Youth, a generation committed to a sustainable world | WWF

Youth, a generation committed to a sustainable world



Posted on 25 August 2020
Written by: Kurt Holle, General Director of WWF Peru
 
Today, humanity is facing an atypical time due to the COVID - 19 pandemic. We have witnessed how every aspect of society must reinvent itself and become resilient to the challenges ahead. The social isolation of the last few months has taught us the value of using creativity and taking advantage of digital spaces to reach more people and this has been reflected within the different areas of society, including education.
 
Education must be an ally to face the different problems that arise, one of the main ones being the accelerated loss of nature and its resources. Faced with this problem, young people become key actors in the fight and the search for solutions to counteract it.
 
Today, in Latin America and the Caribbean, we have the highest proportion of young people in our history. According to the ECLAC 2019 Statistical Yearbook, it is estimated that there are more than 109 million young people between the ages of 15 and 24, which represents 17% of the entire population. They have become a group that marks the way for future generations, we have seen them raise their voices along with a case that many of us already know, Greta Thunberg.
 
Through a global movement to fight climate change, Greta's voice was multiplied throughout the world by young people who have the same aspiration, to be more aware, proactive and take action for the planet, encouraging others to follow in her footsteps. Greta represents a new generation, a generation willing to fight for a tomorrow that puts the health of the planet first.
 
And this reality is not alien to our country. According to the Peruvian National Secretary of Youth, in 2019, 343 accredited youth organizations were identified throughout Peru, working under different headings, aiming at the same objective: to make the country a healthier place for its people and for the environment. A good example of these organizations is Global Shappers, a youth community that works around the world promoting solutions created by young people, in the face of global problems. Liga Ambiental, is another example, this venture, seeks to promote communication projects and environmental education to strengthen the environmental culture in the country and there are many more, such as PROA and AIESEC.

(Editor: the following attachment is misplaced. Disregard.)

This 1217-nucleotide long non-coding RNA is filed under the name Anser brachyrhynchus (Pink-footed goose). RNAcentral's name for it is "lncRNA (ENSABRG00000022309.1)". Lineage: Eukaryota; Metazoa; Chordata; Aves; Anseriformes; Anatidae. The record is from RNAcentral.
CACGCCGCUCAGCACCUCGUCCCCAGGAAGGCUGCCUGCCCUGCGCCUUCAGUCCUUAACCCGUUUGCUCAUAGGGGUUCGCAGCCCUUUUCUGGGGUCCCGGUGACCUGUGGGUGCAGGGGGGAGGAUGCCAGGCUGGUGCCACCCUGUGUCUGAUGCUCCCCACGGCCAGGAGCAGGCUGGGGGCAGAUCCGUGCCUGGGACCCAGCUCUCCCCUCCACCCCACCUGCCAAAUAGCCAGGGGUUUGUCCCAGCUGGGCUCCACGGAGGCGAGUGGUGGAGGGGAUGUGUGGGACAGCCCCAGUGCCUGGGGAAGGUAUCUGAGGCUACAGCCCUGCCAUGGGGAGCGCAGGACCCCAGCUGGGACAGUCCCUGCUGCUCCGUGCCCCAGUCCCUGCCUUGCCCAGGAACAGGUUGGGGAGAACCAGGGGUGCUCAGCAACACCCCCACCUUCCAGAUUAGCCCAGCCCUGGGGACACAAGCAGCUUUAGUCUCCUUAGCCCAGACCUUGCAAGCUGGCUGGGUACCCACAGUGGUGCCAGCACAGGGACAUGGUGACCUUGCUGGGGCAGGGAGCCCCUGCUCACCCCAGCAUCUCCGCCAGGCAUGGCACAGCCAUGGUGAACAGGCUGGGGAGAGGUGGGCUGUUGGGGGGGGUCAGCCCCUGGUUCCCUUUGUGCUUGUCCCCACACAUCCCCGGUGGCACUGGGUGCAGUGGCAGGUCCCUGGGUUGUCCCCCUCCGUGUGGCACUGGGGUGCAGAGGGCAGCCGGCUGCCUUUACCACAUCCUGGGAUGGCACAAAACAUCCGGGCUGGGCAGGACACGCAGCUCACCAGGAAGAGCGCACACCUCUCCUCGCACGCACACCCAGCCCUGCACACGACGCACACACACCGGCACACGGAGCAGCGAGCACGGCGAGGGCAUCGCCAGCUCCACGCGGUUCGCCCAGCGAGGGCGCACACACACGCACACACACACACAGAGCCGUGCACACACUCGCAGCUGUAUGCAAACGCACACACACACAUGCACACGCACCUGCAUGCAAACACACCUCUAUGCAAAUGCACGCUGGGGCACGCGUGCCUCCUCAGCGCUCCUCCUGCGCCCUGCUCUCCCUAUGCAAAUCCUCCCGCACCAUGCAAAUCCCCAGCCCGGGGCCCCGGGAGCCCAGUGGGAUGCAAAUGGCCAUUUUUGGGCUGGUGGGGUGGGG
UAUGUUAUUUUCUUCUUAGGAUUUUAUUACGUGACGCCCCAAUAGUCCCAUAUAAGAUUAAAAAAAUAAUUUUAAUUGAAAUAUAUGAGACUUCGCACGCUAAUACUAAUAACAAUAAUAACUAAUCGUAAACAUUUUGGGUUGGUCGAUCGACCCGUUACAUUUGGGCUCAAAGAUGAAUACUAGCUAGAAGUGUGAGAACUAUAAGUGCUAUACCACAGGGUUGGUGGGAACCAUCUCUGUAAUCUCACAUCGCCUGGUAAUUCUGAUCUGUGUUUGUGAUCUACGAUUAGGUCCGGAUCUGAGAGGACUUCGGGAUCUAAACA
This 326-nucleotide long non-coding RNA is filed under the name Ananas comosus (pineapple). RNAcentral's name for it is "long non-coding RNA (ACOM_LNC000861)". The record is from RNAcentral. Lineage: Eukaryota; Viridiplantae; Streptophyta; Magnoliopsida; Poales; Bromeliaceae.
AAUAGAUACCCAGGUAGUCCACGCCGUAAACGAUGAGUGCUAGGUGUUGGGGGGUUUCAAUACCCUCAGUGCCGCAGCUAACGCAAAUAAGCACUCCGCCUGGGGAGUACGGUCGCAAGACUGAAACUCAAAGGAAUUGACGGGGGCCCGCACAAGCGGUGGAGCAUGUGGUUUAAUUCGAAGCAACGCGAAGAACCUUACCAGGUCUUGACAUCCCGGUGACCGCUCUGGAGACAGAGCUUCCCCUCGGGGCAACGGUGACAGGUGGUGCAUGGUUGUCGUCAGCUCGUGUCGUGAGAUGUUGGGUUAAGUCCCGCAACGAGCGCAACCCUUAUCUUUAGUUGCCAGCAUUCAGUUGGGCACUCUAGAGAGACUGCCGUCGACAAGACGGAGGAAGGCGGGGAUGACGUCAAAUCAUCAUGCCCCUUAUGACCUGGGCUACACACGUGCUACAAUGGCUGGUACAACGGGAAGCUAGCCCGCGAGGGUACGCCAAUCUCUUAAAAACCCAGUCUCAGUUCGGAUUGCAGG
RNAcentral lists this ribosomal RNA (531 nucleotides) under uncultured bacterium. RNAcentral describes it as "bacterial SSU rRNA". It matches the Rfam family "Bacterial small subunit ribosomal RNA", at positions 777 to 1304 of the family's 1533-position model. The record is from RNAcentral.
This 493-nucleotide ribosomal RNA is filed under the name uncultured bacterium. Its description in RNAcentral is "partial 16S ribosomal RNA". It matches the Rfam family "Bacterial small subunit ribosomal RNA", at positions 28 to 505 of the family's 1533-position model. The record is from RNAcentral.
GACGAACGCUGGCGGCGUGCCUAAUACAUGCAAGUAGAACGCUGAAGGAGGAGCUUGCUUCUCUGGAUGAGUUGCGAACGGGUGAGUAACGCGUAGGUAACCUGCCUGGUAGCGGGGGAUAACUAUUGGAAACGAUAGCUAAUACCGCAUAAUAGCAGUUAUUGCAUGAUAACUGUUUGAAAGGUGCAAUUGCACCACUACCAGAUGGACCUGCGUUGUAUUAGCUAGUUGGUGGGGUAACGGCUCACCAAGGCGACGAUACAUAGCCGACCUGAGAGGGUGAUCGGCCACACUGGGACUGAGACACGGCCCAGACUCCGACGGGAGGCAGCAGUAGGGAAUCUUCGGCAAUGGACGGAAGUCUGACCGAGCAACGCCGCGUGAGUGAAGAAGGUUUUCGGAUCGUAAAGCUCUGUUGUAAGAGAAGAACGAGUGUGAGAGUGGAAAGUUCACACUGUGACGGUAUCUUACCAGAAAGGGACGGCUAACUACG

As we can see, we are facing a new generation that has been promoting initiatives and developing projects that mark the way towards a sustainable world and we are convinced that they need more support to turn their ideals into concrete actions. From WWF, a world conservation organization, we identified this potential and decided to work hand in hand with them through a proposal that would unify their efforts. With the Generation10.com initiative, WWF's first global youth network, we seek to provide a space that encourages learning, interaction and support among the young people who make up the network.
 
We continue to move forward, there is still a long way to go, and this will only be achieved if we continue to work in an articulated manner, at different levels and on various fronts, with the aim of offering spaces that allow this new generation to learn about the problems, learn how to be part of the change, ask for help and, above all, generate connections with other young people who are involved and share their same interests.